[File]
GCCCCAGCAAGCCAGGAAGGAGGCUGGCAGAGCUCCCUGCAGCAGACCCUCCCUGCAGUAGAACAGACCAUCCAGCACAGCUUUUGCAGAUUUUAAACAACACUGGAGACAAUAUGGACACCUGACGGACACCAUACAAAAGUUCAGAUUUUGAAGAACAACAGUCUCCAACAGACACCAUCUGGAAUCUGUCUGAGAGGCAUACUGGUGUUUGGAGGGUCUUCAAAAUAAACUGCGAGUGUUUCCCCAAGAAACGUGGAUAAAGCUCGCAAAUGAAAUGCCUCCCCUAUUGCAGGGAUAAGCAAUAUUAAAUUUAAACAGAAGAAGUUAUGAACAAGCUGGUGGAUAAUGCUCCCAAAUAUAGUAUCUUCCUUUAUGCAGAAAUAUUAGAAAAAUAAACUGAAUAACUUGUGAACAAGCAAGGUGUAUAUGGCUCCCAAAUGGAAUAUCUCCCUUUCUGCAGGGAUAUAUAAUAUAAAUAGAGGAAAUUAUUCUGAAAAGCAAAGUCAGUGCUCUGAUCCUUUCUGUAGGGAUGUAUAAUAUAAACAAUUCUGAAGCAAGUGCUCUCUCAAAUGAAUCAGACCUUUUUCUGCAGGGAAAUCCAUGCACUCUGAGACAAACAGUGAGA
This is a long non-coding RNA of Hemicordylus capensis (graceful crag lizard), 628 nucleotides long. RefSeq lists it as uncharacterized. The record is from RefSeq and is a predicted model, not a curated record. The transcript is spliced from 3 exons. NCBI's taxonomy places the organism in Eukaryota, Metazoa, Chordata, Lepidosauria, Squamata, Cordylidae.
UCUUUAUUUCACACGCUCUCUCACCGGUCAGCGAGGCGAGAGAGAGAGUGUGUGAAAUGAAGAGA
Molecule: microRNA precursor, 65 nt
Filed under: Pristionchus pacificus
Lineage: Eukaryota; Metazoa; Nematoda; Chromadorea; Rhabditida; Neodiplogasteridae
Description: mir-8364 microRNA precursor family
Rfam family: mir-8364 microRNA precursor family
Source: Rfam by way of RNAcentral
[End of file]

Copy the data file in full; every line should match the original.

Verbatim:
GCCCCAGCAAGCCAGGAAGGAGGCUGGCAGAGCUCCCUGCAGCAGACCCUCCCUGCAGUAGAACAGACCAUCCAGCACAGCUUUUGCAGAUUUUAAACAACACUGGAGACAAUAUGGACACCUGACGGACACCAUACAAAAGUUCAGAUUUUGAAGAACAACAGUCUCCAACAGACACCAUCUGGAAUCUGUCUGAGAGGCAUACUGGUGUUUGGAGGGUCUUCAAAAUAAACUGCGAGUGUUUCCCCAAGAAACGUGGAUAAAGCUCGCAAAUGAAAUGCCUCCCCUAUUGCAGGGAUAAGCAAUAUUAAAUUUAAACAGAAGAAGUUAUGAACAAGCUGGUGGAUAAUGCUCCCAAAUAUAGUAUCUUCCUUUAUGCAGAAAUAUUAGAAAAAUAAACUGAAUAACUUGUGAACAAGCAAGGUGUAUAUGGCUCCCAAAUGGAAUAUCUCCCUUUCUGCAGGGAUAUAUAAUAUAAAUAGAGGAAAUUAUUCUGAAAAGCAAAGUCAGUGCUCUGAUCCUUUCUGUAGGGAUGUAUAAUAUAAACAAUUCUGAAGCAAGUGCUCUCUCAAAUGAAUCAGACCUUUUUCUGCAGGGAAAUCCAUGCACUCUGAGACAAACAGUGAGA
This is a long non-coding RNA of Hemicordylus capensis (graceful crag lizard), 628 nucleotides long. RefSeq lists it as uncharacterized. The record is from RefSeq and is a predicted model, not a curated record. The transcript is spliced from 3 exons. NCBI's taxonomy places the organism in Eukaryota, Metazoa, Chordata, Lepidosauria, Squamata, Cordylidae.
UCUUUAUUUCACACGCUCUCUCACCGGUCAGCGAGGCGAGAGAGAGAGUGUGUGAAAUGAAGAGA
Molecule: microRNA precursor, 65 nt
Filed under: Pristionchus pacificus
Lineage: Eukaryota; Metazoa; Nematoda; Chromadorea; Rhabditida; Neodiplogasteridae
Description: mir-8364 microRNA precursor family
Rfam family: mir-8364 microRNA precursor family
Source: Rfam by way of RNAcentral